Bloodline. Every since the arrival of A almost FOUR years ago, I have struggled when it comes to watching movies.  It takes us no less than three days to watch one movie.  Sitting straight through is almost an impossibility.  Shows, however, have the wonderful joint qualities of brevity and closure-they don't require a big time commitment and are exceptionally entertaining in their own right.  I could go on and on about how impressive television has become-some of the best acting I have ever seen has been on the small screen-but it would be boring and reveal my pop culture nerdiness. Instead, I will tell you to immediately add Bloodline to your Netflix queue.  I was intrigued by the idea of a family drama centered around the unwanted arrival home of the proverbial "black sheep," but it was the presence of Kyle Chandler, of course, that ensured I would be watching.  It's Coach Taylor, y'all!  All FNL references aside, the cast is stellar, the story is twisty, dark and moody, with a Floridian setting that is somehow simultaneously beautiful (it's Islamorada in the Keys, in case you're wondering) and deeply sinister.  Ben Mendelsohn, the Australian actor that plays the damaged, erstwhile brother, puts in a particularly effective performance-half the time you're not sure whether to pity him or be terrified of him.

Four. I'm a little embarrassed to admit that I have been sucked back into a teen saga. DON'T JUDGE! I loved reading Divergent, despite a less than satisfying end to the trilogy.  When the first movie came out last year, I was pleasantly surprised by how much I liked it.  It's GOOD, well-cast, fast-paced, and a decent representation of the book.  Anyway, when Insurgent came out a few weeks ago I fell right back into the books again, including the short story collection from Four's perspective which I had previously ignored.  So good!  And for me, it was something like the accidental discovery of a whole bar of dark chocolate in the pantry.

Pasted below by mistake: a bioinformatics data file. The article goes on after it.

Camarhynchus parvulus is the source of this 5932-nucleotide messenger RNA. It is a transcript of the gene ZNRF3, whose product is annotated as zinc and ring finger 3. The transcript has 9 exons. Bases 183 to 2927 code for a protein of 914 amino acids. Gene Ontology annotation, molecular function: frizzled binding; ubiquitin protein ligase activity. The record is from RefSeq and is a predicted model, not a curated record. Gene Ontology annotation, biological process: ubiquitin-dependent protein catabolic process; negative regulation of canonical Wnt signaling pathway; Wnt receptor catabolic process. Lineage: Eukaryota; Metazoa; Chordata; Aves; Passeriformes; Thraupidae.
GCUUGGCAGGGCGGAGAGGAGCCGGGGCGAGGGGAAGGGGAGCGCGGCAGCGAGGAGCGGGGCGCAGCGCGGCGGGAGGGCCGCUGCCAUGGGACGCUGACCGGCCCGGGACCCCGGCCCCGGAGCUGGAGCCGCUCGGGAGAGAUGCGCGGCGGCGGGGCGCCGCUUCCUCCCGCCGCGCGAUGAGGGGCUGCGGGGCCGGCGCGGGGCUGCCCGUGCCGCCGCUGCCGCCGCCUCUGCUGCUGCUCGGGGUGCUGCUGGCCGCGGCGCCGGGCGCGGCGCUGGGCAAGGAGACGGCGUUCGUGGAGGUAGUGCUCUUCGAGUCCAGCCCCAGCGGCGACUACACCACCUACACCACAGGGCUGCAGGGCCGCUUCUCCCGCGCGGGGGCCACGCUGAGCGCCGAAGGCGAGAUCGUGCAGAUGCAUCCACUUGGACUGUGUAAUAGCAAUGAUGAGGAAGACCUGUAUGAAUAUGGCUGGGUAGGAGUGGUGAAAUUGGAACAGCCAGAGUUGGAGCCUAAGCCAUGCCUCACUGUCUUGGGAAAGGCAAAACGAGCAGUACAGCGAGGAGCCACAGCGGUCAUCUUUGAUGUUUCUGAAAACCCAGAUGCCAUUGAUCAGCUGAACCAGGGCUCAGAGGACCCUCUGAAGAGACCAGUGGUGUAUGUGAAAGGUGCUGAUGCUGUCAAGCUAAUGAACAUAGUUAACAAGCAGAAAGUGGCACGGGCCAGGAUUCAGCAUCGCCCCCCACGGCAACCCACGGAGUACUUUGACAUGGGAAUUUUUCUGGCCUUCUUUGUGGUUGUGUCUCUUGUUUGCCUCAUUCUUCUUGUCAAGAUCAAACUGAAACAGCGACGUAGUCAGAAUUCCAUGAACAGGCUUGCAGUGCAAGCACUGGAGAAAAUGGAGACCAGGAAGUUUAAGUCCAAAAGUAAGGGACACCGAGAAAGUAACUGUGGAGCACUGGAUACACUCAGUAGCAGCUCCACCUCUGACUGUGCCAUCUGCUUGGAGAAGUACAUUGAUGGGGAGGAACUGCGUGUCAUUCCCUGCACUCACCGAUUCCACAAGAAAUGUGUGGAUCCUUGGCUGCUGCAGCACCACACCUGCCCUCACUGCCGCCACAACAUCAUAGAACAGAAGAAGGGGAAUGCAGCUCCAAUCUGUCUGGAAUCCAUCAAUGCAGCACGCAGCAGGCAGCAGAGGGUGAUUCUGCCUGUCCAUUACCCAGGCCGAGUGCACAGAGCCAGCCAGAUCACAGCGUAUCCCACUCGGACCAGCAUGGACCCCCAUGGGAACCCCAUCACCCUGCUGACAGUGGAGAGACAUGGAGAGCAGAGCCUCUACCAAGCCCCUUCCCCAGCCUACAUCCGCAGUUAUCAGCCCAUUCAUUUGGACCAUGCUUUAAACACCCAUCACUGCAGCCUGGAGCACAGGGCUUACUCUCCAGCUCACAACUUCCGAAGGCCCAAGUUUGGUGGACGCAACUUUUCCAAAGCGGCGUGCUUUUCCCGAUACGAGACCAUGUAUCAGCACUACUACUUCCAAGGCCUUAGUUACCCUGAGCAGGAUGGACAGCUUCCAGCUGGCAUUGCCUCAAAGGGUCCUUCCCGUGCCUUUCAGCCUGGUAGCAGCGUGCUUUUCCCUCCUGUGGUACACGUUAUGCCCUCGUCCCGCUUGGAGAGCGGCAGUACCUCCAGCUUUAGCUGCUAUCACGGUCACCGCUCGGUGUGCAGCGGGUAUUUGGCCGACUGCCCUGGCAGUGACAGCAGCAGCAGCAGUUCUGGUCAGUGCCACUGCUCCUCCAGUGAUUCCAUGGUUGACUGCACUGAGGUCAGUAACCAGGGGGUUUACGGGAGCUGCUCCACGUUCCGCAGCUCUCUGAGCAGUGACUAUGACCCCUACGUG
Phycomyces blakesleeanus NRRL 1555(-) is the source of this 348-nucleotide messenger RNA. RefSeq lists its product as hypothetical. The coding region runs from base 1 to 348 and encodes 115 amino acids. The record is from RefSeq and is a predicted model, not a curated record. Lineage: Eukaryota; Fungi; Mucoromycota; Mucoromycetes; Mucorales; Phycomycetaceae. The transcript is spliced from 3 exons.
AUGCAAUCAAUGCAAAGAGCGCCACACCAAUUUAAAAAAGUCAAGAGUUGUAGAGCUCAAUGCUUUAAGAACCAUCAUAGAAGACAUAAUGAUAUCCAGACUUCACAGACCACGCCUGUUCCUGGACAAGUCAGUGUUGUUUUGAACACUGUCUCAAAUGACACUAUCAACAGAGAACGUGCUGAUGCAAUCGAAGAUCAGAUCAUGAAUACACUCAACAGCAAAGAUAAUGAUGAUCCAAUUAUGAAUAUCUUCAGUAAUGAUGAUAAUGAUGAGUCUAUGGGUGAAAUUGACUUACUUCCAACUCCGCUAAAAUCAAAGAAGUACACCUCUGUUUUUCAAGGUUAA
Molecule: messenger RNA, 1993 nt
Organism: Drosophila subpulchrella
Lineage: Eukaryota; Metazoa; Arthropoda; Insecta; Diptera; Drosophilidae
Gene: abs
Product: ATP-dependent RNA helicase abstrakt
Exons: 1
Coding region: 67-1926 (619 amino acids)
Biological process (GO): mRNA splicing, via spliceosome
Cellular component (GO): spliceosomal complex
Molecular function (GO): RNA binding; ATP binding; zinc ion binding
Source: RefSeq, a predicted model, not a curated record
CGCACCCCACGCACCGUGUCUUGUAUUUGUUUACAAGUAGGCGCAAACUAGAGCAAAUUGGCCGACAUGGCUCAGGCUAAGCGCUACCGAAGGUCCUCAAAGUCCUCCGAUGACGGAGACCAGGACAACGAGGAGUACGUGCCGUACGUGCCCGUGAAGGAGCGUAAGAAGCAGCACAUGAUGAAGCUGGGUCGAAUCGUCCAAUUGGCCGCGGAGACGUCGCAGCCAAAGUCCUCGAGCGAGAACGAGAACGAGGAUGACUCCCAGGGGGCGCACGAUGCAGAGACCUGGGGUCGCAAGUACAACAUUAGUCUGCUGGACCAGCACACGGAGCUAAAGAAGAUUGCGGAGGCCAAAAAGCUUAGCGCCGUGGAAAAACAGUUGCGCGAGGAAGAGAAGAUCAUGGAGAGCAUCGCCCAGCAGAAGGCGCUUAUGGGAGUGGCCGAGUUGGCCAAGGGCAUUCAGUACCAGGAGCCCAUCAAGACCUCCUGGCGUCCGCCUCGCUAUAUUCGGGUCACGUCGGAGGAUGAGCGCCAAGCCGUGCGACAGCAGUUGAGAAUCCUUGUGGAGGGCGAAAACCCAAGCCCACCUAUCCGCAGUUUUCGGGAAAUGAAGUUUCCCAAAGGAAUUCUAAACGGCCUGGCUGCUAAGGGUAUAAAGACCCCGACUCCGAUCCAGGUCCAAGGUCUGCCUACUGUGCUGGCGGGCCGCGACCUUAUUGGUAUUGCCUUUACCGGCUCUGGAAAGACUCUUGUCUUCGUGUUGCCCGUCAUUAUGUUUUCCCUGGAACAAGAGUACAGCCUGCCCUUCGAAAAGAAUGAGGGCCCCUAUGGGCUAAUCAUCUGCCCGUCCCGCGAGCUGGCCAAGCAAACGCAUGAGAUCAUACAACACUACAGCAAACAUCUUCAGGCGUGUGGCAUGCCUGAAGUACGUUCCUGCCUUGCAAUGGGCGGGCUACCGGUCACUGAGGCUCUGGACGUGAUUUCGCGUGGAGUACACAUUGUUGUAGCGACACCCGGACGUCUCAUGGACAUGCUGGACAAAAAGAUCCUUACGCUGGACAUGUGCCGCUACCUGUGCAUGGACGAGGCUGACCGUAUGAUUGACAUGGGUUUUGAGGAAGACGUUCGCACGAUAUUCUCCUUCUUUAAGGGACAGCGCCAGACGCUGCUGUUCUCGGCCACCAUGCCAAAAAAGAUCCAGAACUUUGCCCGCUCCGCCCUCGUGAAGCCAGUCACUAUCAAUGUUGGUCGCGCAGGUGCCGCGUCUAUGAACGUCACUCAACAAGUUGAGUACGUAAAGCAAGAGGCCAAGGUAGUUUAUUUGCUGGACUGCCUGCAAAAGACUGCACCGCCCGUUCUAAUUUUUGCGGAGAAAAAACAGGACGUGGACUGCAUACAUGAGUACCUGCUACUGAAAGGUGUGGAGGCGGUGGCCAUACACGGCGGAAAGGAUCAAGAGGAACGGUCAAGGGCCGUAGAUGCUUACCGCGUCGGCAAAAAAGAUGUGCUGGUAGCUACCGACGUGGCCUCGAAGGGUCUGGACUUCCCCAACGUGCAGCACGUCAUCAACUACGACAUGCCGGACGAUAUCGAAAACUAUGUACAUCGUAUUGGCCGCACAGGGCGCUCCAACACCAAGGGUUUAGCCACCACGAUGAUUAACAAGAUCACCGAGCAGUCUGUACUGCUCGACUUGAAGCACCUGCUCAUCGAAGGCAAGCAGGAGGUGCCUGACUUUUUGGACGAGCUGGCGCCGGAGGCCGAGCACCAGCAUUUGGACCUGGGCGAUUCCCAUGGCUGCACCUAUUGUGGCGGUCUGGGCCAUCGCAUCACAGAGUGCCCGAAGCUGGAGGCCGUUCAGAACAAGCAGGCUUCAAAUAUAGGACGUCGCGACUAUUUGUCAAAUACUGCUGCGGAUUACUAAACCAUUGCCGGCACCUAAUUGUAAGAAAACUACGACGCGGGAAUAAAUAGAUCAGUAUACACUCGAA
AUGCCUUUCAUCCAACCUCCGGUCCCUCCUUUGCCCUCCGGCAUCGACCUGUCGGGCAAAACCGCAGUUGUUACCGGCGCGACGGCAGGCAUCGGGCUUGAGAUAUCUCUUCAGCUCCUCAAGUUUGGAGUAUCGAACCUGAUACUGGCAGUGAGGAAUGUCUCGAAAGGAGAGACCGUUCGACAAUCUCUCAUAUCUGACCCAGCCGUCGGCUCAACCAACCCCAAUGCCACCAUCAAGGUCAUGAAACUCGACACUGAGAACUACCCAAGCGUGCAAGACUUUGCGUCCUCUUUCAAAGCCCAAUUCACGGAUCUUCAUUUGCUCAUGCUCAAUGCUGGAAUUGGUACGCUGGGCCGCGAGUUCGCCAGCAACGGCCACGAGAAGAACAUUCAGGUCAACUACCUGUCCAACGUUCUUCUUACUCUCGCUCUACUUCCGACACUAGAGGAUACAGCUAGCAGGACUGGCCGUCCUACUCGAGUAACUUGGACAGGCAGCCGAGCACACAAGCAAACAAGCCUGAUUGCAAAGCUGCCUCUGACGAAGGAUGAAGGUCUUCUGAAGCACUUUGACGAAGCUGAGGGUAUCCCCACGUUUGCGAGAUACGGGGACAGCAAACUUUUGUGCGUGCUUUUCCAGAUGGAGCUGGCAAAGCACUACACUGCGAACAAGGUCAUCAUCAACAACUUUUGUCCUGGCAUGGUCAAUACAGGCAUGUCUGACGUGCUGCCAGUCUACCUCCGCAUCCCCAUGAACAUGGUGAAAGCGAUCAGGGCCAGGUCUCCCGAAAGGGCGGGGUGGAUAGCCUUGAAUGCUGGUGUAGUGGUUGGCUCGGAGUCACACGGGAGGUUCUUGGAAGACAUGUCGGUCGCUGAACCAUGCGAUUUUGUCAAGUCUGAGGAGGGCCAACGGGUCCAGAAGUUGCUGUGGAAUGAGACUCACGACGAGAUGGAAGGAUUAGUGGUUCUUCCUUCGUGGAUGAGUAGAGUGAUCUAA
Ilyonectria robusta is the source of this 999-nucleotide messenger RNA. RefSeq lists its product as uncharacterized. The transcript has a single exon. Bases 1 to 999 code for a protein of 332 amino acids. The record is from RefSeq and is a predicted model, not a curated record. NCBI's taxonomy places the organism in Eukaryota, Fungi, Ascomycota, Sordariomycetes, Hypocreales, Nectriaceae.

Inna Jam's Inna Shrub, Bearss Lime. Shrubs are becoming all the rage in the trendy foodie/bartending world.  A blend of vinegar, sugar, and fruit that has been condensed to a sweet syrup, a shrub can be mixed with sparkling water or alcohol to create refreshing, albeit slightly weird, drinks.  It's a bit of an acquired taste, I think, and I still can't get my SH on board-he cringes when I bring out the bottle.  I'd read about Inna Jam in Whole Grain Mornings (see obsession below) and considering that it's a small, local company I decided to try the shrubs.  Drinking water is not my strong suit-I know I need to, I know it's good for me, but I'm just not a big drinker of anything, really.  I was immediately intrigued by the shrub and thought it might be an inspired choice to brighten up my boring water.  So far, I've tried Royal Blenheim Apricot, Meyer Lemon, and Triple Crown Blackberry-all were good, but nothing as fabulous as Bearrs Lime. Super tart, barely sweet, and delicious! Last season, it was quickly out of stock, being the newest and BEST flavor, so I'm stocking up this time.